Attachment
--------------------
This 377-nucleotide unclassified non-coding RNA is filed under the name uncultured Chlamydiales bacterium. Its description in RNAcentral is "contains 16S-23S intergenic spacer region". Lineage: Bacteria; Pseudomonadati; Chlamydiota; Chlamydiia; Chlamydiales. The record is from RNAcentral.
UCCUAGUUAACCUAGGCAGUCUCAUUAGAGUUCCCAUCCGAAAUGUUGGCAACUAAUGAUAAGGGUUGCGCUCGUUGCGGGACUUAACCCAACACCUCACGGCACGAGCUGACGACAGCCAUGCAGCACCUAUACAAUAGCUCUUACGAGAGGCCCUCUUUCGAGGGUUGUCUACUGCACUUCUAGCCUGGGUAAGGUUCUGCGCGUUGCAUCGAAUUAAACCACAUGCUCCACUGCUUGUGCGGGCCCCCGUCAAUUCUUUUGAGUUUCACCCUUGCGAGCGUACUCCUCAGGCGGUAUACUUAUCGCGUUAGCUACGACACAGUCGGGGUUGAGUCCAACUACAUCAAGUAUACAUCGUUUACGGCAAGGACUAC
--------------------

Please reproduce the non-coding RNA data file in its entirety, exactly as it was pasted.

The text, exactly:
This 377-nucleotide unclassified non-coding RNA is filed under the name uncultured Chlamydiales bacterium. Its description in RNAcentral is "contains 16S-23S intergenic spacer region". Lineage: Bacteria; Pseudomonadati; Chlamydiota; Chlamydiia; Chlamydiales. The record is from RNAcentral.
UCCUAGUUAACCUAGGCAGUCUCAUUAGAGUUCCCAUCCGAAAUGUUGGCAACUAAUGAUAAGGGUUGCGCUCGUUGCGGGACUUAACCCAACACCUCACGGCACGAGCUGACGACAGCCAUGCAGCACCUAUACAAUAGCUCUUACGAGAGGCCCUCUUUCGAGGGUUGUCUACUGCACUUCUAGCCUGGGUAAGGUUCUGCGCGUUGCAUCGAAUUAAACCACAUGCUCCACUGCUUGUGCGGGCCCCCGUCAAUUCUUUUGAGUUUCACCCUUGCGAGCGUACUCCUCAGGCGGUAUACUUAUCGCGUUAGCUACGACACAGUCGGGGUUGAGUCCAACUACAUCAAGUAUACAUCGUUUACGGCAAGGACUAC